It Looks Like Snow

Remy Charlip, It Looks Like Snow (1957): coverAs winter continues its assault, let’s turn to a classic book about winter: It Looks Like Snow (Greenwillow, 1957), Remy Charlip‘s picture-book tribute to John Cage.  Like Cage’s 4’33” (1952), Charlip’s piece makes the audience’s experience the subject of its experiment.  The primary difference of course is the specific sense through which we apprehend the art — eyes for Charlip, ears for Cage.  So.  Are your eyes ready, then?  Good.  Let’s begin.

The story starts like this:

Remy Charlip, It Looks Like Snow (1957): first two-page spread

And then:

Remy Charlip, It Looks Like Snow (1957): second two-page spread

After which, of course, we meet the protagonist:

Remy Charlip, It Looks Like Snow (1957): third two-page spread

And the protagonist’s pet:

Remy Charlip, It Looks Like Snow (1957): fourth two-page spread

And on it goes … for a total of 24 pages.  Ah, the beauty of the avant-garde!

If you enjoy books that defy expectation, check out Curious Pages: Recommended Inappropriate Books for Kids, the lately dormant but still very cool blog maintained by Lane Smith and Bob Shea.


  1. Jonathan Auxier Said,

    March 9, 2011 @ 11:54 pm

    So very cool that you posted this. I first heard of Remy Charlip after reading some Brian Selznick interviews (apparently he used Remy as a model for Melies), but I’d never seen any of his illustrations before … I guess I still haven’t *seen* any.

  2. Deborah Freedman Said,

    March 10, 2011 @ 8:42 am

    Thanks for sharing this!

    Maybe you’ve talked about this here before & I don’t remember (or maybe I should wait until your book comes out!), but Charlip, Cage & Cunningham, Johnson & Kraus, et. al. were all friends, or just breathing the same air? Because I have John Cage’s MUD BOOK, which reads almost just like a Ruth Kraus book.

    Jonathan, check out ARM IN ARM: A Collection of Connections, Endless Tales, Reiterations, and Other Echolalia, if you want to see his illustrations! It’s one of my favorite books.

  3. Shoshana Said,

    March 10, 2011 @ 10:05 am

    Funny, when my grandfather read to me, that was always the story taking place on the end pages.

  4. Philip Nel Said,

    March 10, 2011 @ 10:44 am

    Thanks, all, for the comments. Jonathan: Charlip’s Fortunately may be one of his best-known. Arm in Arm (Deborah’s recommendation) is loopier, though. And if you like experimental picture books in the vein of David Macaulay’s Black and White, then definitely check out Charlip and Jerry Joyner’s Thirteen. And, as Deborah hints at, he also illustrated two of Ruth Krauss’s books, A Moon or a Button and A Fine Day For….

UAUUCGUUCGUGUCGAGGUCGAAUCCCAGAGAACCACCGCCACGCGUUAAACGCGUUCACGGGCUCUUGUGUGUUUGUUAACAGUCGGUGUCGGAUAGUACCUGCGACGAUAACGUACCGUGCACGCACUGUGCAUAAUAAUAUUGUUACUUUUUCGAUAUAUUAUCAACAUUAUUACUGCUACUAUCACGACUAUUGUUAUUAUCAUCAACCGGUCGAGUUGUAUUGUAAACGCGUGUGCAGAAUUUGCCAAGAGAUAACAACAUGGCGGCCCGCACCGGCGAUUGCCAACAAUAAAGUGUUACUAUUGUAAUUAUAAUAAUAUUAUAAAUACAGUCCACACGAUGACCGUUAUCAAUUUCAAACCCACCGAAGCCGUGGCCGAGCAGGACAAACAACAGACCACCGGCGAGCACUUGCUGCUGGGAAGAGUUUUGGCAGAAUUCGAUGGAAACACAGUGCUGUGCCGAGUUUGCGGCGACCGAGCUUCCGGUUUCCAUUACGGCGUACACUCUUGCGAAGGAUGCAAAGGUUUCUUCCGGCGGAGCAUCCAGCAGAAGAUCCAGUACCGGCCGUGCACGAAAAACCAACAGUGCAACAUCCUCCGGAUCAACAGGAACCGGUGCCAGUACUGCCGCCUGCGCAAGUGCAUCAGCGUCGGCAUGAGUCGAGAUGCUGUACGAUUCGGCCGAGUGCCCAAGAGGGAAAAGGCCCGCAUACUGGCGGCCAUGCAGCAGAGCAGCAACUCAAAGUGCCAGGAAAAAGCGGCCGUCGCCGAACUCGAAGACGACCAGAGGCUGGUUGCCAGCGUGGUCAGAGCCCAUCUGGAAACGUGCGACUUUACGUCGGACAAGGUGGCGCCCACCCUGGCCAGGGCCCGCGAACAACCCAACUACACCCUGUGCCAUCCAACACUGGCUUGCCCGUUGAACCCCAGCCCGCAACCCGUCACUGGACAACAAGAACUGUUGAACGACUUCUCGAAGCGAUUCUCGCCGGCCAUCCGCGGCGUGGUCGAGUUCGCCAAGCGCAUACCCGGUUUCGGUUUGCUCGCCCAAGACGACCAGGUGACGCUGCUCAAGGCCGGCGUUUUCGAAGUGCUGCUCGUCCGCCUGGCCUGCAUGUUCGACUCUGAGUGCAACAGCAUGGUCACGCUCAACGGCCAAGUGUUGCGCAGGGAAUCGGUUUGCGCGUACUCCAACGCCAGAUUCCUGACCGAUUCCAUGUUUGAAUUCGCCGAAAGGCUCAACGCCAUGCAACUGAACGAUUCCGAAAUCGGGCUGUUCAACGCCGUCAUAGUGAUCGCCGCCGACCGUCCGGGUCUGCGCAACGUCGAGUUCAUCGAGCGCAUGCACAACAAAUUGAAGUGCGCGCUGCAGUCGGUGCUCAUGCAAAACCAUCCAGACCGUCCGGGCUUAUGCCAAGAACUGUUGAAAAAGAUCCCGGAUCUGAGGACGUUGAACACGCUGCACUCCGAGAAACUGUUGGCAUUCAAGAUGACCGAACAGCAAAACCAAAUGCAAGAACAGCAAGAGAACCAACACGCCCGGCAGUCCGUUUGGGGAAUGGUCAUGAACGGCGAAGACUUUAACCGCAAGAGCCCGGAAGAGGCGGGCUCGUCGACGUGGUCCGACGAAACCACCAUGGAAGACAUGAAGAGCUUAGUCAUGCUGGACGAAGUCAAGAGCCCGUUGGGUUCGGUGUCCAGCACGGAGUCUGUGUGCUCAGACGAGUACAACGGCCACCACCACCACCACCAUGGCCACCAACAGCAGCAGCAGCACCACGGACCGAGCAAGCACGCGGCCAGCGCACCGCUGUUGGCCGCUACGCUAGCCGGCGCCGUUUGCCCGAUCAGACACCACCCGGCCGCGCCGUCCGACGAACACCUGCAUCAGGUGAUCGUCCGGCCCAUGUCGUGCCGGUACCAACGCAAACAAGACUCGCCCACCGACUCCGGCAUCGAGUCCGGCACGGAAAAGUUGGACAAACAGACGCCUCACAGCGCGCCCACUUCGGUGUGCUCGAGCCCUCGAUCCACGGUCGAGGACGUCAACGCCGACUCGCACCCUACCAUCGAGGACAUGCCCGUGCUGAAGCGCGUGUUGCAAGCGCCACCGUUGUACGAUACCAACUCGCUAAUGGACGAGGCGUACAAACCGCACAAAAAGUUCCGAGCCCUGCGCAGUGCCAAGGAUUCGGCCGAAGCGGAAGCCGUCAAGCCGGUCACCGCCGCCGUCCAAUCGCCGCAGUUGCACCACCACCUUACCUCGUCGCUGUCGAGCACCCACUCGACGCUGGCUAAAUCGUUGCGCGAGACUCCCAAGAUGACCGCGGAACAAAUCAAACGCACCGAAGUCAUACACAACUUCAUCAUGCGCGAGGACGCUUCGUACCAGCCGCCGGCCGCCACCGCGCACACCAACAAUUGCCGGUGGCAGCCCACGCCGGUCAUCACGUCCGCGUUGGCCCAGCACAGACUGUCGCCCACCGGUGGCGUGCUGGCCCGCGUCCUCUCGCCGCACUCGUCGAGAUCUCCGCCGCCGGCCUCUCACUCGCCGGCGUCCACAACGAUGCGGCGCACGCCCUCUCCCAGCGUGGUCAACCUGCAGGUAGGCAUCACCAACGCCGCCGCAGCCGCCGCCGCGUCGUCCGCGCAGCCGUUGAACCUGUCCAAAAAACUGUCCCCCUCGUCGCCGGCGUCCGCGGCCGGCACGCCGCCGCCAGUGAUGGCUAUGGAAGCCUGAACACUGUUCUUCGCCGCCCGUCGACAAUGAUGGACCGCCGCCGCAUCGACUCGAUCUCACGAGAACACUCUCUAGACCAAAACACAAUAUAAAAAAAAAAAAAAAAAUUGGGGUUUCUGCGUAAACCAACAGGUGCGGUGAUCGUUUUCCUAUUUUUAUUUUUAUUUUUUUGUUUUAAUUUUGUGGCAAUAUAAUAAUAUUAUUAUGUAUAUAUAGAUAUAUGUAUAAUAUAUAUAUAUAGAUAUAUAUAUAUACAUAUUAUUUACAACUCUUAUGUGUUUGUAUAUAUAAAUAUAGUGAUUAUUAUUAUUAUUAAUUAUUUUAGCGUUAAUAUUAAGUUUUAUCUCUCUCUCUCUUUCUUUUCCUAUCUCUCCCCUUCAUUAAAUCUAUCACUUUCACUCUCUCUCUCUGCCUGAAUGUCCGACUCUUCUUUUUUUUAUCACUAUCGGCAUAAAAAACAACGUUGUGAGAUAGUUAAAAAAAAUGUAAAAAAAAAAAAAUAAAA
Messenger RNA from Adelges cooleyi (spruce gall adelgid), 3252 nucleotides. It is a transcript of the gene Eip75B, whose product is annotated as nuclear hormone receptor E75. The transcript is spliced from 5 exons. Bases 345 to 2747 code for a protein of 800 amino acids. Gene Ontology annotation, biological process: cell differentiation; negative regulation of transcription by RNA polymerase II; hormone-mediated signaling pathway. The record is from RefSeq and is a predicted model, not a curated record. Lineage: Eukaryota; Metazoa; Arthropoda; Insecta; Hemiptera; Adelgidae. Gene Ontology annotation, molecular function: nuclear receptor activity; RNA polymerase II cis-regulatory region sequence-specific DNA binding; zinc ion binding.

Deborah: I knew that Charlip and Krauss were friends, yes. About a decade ago, I interviewed Remy for the bio. Great stories about Ruth, Ursula, & himself. I knew that Ruth hung out with the avant-garde. Frank O’Hara was her poetry teacher. She and Dave went to parties hosted by Willard Maas and Marie Menken. She published her poetry in ‘zines & journals alongside Lou Reed, Andy Warhol, Gerard Malanga, and Allen Ginsberg. But I did not know that she was friends with Cage & Cunningham. Source for this information? It’s not too late to weave this info into the book.

    One final story about It Looks Like Snow. When Susan Hirschman gave me this copy (scans from which you see above), she told me a story about the book’s publication. She accepted the book and sent Remy Charlip a contract and advance for the text. He called her and asked about money for the pictures. “I couldn’t say there were no pictures,” says Susan. So, feeling slightly foolish, she paid him a second advance, and the book was published.
    10 Mar. 2011, 5:20 pm Central Time: UPDATED above paragraph (after email conversation with Susan Hirschman). 7:45 pm Central Time: UPDATED above paragraph again (after further email conversation with Susan Hirschman)

  5. Deborah Freedman Said,

    March 10, 2011 @ 12:47 pm

    Sorry, I guess I wasn’t clear – I have no idea if they were friends. I was just wondering if YOU knew if they were.

    That is a very funny story about the book’s contract! But did he get paid extra for the illustrations? ;)

  6. Philip Nel Said,

    March 10, 2011 @ 1:02 pm

    Deborah: Oh, I think I wasn’t reading your comment closely enough. I wouldn’t be surprised if Krauss met Cage or Cunningham (perhaps through Charlip?), but I have no information indicating that they were friends. Acquaintances seems more likely, but I’m also aware that I did not talk with every person who ever met Ruth or Dave. So… who knows?

  7. Robin Mack Said,

    March 10, 2011 @ 11:49 pm

    Even better… comes with a set of white crayons!

  8. Coralie Said,

    March 22, 2013 @ 6:27 am

    I’m a French student and I’m writing an essay about Remy Charlip’s picture books. I’ve already acquired several of his books but I still miss “It looks like snow”, “Dress up and let’s have a party” and “What is the world”. I’ve seen that you post some photographs of these books on your blog. So, I wanted to know if it would be possible for you and if you would agree to scan the totality of these three books (if you have it, of course).

    Looking forward to your reply. Many thanks.
    Best regards,

    Coralie Douard

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